Press Release

United States Senate Committee on Health, Education, Labor, and Pensions

COVID-19: Going Back to School Safely

June 10, 2020





Chairman Alexander, Ranking Member Murray, and members of the Committee, thank you for the opportunity to testify on how we can ensure students, educators, school staff, and their families are prioritized as we consider the safest, most equitable way to reopen our nation’s schools in the midst of COVID-19.

Before discussing this in more detail, however, I’m compelled to lift up that when our students return to school buildings, they will need additional supports as they grapple with the continued reality of racism in America and the legacy of over 400 years of anti-Blackness. The murders of George Floyd, Breonna Taylor, and Ahmaud Arbery have once again sent the message to Black students that their lives are devalued. As schools reopen, our nation’s students of color and their families also find themselves enduring a pandemic that disproportionately impacts their health and safety, mired in an economic crisis that disproportionately affects their financial well-being, and living in a country that too often still struggles to recognize their humanity.

School closures due to the pandemic, although unquestionably necessary to protect public health, have had a disparate impact on students of color, students from low-income backgrounds, students with disabilities, and English learners. Historically underserved students have disproportionately experienced less access to devices and to internet service, teachers with less support around online learning in under-resourced districts, parents less able to telework and support their learning during the day, and more socioemotional stressors. Despite the heroic efforts of many educators, many students and families have not received the academic or socioemotional support they need. As we look together, as a nation, toward the 2020-21 school year, we must ensure that all students — and especially our most vulnerable — get the educational resources they need.

We urge Congress to take the following actions:

First: Increase federal investment in education. State and local education budgets have been — and will continue to be — devastated by the loss of tax revenue. Without Congressional action, there will be no conceivable way to avoid layoffs and hiring freezes disproportionately impacting educators and staff at high-poverty schools, and the public health requirements to ensure a safe re-opening of a school won’t be able to be met in too many places. Over 70 stakeholders have called on Congress to allocate at least $500 billion for state and local governments, including at least $175 billion for K-12 education.

Second: Ensure states and districts do not walk away from the students who have been hit hardest by this crisis. New federal stimulus funding should include a strong maintenance of effort provision and add a maintenance of equity provision to apply to both states and districts. Together, these requirements would maintain education spending at the same percentage of state spending as before the pandemic and shield the highest-need schools and districts from the worst cuts.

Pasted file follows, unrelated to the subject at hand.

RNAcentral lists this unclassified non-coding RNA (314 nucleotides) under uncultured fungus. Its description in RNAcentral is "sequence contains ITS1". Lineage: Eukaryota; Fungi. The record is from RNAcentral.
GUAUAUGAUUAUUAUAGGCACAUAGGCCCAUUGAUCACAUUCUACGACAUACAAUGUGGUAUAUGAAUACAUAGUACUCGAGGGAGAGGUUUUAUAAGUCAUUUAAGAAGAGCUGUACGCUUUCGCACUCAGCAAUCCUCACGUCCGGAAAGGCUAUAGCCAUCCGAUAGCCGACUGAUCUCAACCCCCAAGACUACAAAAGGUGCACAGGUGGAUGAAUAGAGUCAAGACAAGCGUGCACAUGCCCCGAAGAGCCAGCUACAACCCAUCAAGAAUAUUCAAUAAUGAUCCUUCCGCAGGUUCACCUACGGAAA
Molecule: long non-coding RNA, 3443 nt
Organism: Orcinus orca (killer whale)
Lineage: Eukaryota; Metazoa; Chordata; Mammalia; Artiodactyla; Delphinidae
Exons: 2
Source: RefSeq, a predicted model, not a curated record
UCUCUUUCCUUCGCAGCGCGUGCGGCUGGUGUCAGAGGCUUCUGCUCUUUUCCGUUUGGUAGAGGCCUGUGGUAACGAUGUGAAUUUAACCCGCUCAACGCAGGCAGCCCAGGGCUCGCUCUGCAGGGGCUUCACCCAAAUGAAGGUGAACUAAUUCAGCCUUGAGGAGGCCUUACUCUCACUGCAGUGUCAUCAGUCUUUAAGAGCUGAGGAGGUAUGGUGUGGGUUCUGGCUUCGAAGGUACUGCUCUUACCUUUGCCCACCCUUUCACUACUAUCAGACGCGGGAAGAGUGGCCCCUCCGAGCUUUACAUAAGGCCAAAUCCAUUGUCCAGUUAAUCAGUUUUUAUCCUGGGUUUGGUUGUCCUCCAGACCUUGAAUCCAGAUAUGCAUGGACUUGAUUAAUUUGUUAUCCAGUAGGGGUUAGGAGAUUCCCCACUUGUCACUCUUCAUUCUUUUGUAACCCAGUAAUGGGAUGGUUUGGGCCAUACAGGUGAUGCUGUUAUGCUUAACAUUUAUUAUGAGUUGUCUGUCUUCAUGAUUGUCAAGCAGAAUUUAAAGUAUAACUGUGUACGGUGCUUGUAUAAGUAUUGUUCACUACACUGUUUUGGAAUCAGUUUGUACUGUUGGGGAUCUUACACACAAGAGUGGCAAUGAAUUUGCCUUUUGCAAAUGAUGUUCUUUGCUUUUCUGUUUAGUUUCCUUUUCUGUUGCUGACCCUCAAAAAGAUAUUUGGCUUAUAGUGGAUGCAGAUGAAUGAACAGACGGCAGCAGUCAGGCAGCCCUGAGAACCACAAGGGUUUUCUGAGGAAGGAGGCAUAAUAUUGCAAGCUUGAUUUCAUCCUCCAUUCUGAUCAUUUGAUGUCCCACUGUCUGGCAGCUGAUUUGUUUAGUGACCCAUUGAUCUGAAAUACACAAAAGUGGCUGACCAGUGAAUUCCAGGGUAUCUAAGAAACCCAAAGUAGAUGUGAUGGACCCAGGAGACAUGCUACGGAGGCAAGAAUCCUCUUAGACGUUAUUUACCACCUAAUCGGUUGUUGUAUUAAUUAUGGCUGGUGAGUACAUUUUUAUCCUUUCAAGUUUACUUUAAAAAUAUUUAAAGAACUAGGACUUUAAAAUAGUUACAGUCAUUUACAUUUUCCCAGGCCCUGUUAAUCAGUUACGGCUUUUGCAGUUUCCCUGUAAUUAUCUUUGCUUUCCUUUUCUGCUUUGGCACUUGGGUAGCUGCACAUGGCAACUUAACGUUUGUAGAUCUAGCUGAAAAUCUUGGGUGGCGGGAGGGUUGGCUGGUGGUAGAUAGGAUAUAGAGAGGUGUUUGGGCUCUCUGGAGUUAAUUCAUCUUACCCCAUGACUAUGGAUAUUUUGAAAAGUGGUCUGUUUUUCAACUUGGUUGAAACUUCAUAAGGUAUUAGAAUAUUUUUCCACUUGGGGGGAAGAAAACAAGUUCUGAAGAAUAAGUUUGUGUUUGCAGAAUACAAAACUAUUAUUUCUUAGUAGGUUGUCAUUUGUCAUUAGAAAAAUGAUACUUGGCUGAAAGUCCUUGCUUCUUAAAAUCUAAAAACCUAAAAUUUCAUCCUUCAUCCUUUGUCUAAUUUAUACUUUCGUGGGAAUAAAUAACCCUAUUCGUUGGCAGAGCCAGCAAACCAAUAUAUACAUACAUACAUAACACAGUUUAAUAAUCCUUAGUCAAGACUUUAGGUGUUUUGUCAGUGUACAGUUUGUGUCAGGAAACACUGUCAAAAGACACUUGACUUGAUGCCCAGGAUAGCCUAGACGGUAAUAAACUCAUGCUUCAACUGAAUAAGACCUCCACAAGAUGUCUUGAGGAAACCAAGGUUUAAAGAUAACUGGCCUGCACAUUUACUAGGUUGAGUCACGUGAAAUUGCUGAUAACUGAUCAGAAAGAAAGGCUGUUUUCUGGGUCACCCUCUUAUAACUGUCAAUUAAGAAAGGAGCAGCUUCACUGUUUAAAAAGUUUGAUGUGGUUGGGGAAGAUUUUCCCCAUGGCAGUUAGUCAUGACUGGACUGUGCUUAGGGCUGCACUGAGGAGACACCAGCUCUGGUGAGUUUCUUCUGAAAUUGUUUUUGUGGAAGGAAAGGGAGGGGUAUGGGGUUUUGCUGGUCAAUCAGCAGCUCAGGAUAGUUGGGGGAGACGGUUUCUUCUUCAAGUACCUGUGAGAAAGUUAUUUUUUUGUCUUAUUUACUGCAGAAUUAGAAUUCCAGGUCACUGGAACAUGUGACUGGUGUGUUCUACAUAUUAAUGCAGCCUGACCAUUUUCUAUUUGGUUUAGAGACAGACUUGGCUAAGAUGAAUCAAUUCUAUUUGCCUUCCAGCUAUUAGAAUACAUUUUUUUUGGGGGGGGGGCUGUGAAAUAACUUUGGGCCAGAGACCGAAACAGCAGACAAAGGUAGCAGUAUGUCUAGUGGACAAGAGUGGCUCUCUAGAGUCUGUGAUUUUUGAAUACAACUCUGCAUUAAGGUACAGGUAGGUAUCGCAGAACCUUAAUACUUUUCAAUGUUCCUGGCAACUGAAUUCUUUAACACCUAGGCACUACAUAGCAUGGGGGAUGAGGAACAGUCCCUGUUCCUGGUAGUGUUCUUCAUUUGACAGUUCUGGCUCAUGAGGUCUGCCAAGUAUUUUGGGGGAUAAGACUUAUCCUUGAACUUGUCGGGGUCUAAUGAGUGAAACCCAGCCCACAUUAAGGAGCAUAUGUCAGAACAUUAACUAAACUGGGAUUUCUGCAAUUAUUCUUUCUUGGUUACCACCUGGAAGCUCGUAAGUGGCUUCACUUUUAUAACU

Third: Ensure distance learning is possible for every student. Before the pandemic, 79 percent of White households had broadband access, compared with only 66 percent of Black families and 61 percent of Hispanic families. The lack of equitable access to broadband is not only an immediate distance learning issue and an obstacle to effective implementation of hybrid models in the fall, but also an emergency preparedness issue in the event of further widespread closures. To ensure home access to broadband for students is possible, Congress should allocate at least $4 billion to the FCC’s E-Rate program to provide hotspots and devices for students who require them.

Fourth: Help schools and teachers address the significant learning loss caused by the pandemic. Congress should allocate dedicated funds to help schools add more learning time, such as through summer school, an extended school day or school year, or afterschool programming.

Fifth: Address students’ nutritional, social, emotional, and mental health needs. Congress must extend and expand the Pandemic EBT program to enable more children to receive meals while not in school, and ensure students’ and educators’ socioemotional and mental health needs are met through funding additional counselors and other mental health professionals in schools.

Finally: Congress must not step back from its important role in protecting students’ civil rights. ESSA and IDEA exist because the federal government wanted to ensure all students have equitable access to a high-quality education. That goal has not changed even with the current crises. Permitting blanket waivers to either law is dangerous and unnecessary. We also urge Congress to ensure that the Department of Education follows Congressional intent in applying the Title I equitable services provision to the CARES Act. The Department’s current interpretation would steer money away from low-income public school students and into the hands of wealthier private schools, an idea rejected by several states and one the committee should reject as well.

Students will return to education in the fall having had vastly different school and life experiences with inequities further exacerbated by the health and economic crises. We have the public health data to help drive decision making on when students return to school, and now, we need to target the appropriate resources and supports to help students, educators, and school staff recover and prevent any further widening of inequities. Thank you for the opportunity to speak with you today. I look forward to taking your questions.